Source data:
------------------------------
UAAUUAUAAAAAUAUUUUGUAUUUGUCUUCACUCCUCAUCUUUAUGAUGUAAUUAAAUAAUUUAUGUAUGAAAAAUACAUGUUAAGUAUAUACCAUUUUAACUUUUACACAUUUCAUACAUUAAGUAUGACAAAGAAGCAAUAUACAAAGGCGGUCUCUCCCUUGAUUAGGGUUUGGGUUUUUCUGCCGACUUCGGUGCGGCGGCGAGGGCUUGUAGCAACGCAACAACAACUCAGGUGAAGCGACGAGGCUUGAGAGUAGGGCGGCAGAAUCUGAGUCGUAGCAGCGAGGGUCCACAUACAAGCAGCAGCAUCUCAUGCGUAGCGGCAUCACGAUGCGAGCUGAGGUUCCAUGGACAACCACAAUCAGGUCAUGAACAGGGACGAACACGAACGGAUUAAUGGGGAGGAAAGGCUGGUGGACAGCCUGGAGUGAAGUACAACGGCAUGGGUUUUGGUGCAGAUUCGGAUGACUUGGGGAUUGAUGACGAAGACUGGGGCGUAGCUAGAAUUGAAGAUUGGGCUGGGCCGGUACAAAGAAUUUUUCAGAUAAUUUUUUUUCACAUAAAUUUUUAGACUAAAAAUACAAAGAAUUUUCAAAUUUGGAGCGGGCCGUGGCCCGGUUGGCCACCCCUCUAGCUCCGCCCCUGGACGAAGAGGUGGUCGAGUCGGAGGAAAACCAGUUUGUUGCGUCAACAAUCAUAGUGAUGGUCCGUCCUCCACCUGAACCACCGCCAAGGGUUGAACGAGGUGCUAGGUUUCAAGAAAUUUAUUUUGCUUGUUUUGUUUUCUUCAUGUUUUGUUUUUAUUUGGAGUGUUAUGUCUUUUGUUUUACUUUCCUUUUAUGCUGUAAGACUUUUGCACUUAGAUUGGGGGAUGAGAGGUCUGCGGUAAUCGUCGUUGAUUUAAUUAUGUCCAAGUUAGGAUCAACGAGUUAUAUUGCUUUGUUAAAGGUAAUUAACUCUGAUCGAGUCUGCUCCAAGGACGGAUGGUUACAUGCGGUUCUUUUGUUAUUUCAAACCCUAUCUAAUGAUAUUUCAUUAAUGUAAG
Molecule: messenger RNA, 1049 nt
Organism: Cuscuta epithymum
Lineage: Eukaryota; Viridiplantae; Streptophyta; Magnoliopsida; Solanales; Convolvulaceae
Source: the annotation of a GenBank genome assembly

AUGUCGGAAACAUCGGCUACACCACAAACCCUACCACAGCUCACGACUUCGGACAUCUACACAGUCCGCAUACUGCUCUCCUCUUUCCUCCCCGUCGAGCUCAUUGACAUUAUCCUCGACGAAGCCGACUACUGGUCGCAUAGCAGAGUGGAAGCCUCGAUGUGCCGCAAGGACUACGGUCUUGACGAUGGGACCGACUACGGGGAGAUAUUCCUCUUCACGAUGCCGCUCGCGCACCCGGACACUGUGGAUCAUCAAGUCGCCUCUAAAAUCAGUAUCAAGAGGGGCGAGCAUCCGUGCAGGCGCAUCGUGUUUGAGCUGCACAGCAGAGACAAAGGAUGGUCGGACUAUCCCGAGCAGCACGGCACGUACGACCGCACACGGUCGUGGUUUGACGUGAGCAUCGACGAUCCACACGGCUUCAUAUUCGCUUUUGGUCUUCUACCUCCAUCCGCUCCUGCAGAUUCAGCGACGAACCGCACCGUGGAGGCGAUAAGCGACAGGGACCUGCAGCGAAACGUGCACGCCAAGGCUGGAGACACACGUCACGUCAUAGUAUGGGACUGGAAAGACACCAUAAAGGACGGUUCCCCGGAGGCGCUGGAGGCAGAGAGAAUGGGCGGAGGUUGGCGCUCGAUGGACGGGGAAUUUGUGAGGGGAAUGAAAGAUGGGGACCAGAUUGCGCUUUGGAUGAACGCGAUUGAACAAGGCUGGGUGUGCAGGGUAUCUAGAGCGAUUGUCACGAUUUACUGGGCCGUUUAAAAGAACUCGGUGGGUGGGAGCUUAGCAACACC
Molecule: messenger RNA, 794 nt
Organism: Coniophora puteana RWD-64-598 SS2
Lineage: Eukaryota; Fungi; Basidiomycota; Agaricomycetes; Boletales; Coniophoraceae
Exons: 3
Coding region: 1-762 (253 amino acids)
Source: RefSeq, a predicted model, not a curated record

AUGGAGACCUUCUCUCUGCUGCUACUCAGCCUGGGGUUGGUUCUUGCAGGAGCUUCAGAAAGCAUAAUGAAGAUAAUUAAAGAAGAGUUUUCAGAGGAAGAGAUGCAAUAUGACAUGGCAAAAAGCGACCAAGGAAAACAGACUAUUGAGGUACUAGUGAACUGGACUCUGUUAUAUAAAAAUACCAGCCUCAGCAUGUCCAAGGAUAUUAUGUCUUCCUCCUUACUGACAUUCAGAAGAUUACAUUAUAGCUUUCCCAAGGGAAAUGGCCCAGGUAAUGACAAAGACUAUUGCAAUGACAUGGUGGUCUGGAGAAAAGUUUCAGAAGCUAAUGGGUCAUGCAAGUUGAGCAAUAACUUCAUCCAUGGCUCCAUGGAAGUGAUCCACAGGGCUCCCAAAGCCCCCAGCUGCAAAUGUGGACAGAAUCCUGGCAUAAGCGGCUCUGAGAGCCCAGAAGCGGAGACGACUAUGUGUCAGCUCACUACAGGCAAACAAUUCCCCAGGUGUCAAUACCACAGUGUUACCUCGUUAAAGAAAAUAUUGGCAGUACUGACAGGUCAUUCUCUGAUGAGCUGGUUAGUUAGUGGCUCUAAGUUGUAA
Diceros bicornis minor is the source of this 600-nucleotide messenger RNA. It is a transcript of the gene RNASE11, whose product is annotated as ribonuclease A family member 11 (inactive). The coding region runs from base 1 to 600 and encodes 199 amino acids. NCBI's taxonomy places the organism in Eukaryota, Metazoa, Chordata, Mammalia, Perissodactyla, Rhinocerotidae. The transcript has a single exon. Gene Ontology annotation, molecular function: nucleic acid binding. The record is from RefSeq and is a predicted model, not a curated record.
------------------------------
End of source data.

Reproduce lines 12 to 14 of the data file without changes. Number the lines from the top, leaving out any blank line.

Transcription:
Source: RefSeq, a predicted model, not a curated record

AUGGAGACCUUCUCUCUGCUGCUACUCAGCCUGGGGUUGGUUCUUGCAGGAGCUUCAGAAAGCAUAAUGAAGAUAAUUAAAGAAGAGUUUUCAGAGGAAGAGAUGCAAUAUGACAUGGCAAAAAGCGACCAAGGAAAACAGACUAUUGAGGUACUAGUGAACUGGACUCUGUUAUAUAAAAAUACCAGCCUCAGCAUGUCCAAGGAUAUUAUGUCUUCCUCCUUACUGACAUUCAGAAGAUUACAUUAUAGCUUUCCCAAGGGAAAUGGCCCAGGUAAUGACAAAGACUAUUGCAAUGACAUGGUGGUCUGGAGAAAAGUUUCAGAAGCUAAUGGGUCAUGCAAGUUGAGCAAUAACUUCAUCCAUGGCUCCAUGGAAGUGAUCCACAGGGCUCCCAAAGCCCCCAGCUGCAAAUGUGGACAGAAUCCUGGCAUAAGCGGCUCUGAGAGCCCAGAAGCGGAGACGACUAUGUGUCAGCUCACUACAGGCAAACAAUUCCCCAGGUGUCAAUACCACAGUGUUACCUCGUUAAAGAAAAUAUUGGCAGUACUGACAGGUCAUUCUCUGAUGAGCUGGUUAGUUAGUGGCUCUAAGUUGUAA
Diceros bicornis minor is the source of this 600-nucleotide messenger RNA. It is a transcript of the gene RNASE11, whose product is annotated as ribonuclease A family member 11 (inactive). The coding region runs from base 1 to 600 and encodes 199 amino acids. NCBI's taxonomy places the organism in Eukaryota, Metazoa, Chordata, Mammalia, Perissodactyla, Rhinocerotidae. The transcript has a single exon. Gene Ontology annotation, molecular function: nucleic acid binding. The record is from RefSeq and is a predicted model, not a curated record.